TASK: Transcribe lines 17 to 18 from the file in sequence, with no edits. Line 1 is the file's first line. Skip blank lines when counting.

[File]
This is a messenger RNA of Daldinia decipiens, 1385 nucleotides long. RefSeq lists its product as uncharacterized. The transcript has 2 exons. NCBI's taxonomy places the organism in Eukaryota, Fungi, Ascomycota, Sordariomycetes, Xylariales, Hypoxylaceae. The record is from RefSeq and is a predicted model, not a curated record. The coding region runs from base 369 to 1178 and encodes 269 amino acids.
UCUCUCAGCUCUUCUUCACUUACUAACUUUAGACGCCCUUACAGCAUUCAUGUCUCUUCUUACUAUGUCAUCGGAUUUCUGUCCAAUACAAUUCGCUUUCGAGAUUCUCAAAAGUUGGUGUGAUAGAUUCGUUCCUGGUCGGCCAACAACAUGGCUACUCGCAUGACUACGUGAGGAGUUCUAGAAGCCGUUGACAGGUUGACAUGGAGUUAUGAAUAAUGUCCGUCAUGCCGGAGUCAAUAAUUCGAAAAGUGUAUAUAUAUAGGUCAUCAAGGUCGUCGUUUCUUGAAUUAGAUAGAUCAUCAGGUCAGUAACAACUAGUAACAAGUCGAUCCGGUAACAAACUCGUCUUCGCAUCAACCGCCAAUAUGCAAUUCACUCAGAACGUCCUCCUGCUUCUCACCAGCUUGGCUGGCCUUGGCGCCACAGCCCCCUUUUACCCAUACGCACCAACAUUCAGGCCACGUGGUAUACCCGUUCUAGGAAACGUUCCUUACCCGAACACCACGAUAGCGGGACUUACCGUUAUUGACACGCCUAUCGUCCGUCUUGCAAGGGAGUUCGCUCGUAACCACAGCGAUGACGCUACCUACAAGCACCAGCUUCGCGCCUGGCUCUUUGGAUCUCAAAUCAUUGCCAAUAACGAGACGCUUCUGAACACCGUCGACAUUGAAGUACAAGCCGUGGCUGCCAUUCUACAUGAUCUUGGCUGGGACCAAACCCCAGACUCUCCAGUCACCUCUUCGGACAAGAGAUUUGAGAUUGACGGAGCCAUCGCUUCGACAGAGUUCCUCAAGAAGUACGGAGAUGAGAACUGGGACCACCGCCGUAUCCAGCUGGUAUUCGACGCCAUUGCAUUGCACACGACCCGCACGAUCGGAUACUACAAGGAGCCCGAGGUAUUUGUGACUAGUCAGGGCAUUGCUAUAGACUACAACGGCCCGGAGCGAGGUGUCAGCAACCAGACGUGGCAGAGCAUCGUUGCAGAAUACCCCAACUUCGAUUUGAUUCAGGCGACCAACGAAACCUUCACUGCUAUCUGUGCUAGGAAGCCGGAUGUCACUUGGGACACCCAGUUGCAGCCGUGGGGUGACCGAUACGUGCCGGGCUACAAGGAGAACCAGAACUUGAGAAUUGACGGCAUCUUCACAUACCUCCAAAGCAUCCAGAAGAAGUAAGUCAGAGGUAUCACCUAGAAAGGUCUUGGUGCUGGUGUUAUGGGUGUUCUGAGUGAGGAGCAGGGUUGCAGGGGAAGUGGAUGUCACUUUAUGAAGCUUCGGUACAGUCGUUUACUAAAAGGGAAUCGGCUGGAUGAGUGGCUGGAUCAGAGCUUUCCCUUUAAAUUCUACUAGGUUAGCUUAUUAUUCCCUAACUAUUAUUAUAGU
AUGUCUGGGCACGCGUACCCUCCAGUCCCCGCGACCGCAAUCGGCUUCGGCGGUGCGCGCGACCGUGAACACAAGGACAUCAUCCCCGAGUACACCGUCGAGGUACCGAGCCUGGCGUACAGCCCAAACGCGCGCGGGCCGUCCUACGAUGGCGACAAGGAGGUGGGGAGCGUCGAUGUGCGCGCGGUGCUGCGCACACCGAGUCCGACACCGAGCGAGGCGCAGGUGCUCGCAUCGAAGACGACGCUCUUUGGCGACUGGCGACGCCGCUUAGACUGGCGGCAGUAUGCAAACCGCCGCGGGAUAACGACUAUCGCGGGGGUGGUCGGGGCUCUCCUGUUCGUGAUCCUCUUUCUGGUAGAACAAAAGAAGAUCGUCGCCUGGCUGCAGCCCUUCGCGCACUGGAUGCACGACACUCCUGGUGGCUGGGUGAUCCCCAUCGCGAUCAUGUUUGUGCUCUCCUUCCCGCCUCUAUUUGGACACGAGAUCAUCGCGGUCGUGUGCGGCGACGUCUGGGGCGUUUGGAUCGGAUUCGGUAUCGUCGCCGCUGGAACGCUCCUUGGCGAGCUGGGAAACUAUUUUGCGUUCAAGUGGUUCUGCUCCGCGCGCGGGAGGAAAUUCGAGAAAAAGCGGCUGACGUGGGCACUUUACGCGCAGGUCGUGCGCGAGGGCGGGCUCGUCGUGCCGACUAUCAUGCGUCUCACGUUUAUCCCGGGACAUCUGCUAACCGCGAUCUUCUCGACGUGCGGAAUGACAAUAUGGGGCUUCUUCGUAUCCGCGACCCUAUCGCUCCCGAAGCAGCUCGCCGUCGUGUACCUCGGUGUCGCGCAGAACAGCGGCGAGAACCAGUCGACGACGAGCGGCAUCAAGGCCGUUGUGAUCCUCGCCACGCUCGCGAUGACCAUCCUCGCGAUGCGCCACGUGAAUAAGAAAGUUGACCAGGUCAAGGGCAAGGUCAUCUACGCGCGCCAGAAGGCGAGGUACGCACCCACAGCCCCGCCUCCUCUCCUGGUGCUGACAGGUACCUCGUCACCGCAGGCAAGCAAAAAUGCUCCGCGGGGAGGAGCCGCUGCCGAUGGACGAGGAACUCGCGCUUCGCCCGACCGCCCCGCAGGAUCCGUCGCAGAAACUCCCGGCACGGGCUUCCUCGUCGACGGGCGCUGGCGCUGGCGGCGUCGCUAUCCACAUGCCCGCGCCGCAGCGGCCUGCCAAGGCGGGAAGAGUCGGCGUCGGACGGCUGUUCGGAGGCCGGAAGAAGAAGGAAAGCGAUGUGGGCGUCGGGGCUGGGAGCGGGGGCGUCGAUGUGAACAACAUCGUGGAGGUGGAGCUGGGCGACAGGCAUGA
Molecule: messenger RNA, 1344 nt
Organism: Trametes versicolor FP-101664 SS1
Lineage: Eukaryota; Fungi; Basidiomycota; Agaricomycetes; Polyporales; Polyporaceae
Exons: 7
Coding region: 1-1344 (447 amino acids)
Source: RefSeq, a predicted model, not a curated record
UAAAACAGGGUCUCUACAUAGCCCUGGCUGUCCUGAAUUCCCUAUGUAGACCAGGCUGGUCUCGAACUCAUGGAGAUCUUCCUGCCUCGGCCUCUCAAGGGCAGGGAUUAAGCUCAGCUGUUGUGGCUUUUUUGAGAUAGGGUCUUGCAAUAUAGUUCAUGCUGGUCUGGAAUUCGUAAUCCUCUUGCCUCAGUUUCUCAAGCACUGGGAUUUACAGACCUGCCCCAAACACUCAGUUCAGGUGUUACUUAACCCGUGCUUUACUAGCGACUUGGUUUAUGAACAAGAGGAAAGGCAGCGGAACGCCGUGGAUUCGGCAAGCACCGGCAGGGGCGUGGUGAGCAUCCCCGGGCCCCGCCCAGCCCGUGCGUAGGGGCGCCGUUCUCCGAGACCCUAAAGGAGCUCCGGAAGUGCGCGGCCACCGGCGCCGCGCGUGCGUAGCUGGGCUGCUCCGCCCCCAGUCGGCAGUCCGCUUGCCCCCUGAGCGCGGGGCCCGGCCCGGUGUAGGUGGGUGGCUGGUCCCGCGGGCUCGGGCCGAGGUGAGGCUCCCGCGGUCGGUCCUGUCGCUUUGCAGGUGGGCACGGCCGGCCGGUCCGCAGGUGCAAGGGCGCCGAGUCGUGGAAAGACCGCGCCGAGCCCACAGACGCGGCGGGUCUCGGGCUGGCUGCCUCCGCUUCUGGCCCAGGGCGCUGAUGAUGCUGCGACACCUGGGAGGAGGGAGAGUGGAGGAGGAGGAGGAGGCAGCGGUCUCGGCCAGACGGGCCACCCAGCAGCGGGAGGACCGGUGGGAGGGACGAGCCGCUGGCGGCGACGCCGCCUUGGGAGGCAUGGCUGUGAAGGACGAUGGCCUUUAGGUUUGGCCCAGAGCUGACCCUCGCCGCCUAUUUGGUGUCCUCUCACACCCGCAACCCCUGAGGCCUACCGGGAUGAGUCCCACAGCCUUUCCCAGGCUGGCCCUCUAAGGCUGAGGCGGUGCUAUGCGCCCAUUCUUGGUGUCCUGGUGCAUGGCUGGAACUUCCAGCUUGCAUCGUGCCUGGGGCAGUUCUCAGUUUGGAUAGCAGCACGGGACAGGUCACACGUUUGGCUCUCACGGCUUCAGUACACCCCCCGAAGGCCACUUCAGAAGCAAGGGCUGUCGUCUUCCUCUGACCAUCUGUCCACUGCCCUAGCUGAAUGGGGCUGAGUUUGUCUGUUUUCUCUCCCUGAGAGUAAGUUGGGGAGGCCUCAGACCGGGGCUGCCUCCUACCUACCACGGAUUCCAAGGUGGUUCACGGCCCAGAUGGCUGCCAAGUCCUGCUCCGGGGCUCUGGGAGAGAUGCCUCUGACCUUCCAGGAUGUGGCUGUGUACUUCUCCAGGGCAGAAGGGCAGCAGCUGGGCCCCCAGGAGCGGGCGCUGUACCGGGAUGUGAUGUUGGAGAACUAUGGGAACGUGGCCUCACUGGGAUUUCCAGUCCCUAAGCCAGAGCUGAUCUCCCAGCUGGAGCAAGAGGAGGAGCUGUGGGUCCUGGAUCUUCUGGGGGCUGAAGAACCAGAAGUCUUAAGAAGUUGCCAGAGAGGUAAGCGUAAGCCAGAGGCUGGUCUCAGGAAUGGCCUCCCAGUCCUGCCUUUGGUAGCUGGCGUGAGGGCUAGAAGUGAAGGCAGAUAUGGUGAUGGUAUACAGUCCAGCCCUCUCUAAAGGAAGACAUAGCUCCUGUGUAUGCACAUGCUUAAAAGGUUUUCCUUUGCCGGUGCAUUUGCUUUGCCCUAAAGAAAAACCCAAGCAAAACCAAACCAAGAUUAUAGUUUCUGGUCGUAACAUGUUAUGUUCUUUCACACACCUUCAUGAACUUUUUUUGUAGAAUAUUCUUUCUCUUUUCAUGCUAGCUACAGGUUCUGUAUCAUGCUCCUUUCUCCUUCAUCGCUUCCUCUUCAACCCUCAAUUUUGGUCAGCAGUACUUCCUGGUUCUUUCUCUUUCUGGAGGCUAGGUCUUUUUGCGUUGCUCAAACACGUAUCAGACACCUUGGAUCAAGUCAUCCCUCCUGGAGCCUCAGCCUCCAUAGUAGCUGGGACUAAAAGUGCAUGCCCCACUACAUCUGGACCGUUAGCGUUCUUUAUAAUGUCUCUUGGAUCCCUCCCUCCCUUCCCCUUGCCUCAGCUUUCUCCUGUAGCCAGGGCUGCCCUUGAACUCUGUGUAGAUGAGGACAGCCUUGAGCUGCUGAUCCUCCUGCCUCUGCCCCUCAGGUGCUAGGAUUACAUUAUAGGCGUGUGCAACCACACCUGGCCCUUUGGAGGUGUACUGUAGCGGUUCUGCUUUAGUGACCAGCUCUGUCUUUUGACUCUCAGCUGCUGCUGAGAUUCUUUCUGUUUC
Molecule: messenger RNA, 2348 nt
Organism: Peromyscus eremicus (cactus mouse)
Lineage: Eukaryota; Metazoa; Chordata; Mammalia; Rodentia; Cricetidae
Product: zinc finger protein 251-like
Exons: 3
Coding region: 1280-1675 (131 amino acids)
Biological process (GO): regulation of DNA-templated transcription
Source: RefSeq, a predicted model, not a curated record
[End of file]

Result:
Biological process (GO): regulation of DNA-templated transcription
Source: RefSeq, a predicted model, not a curated record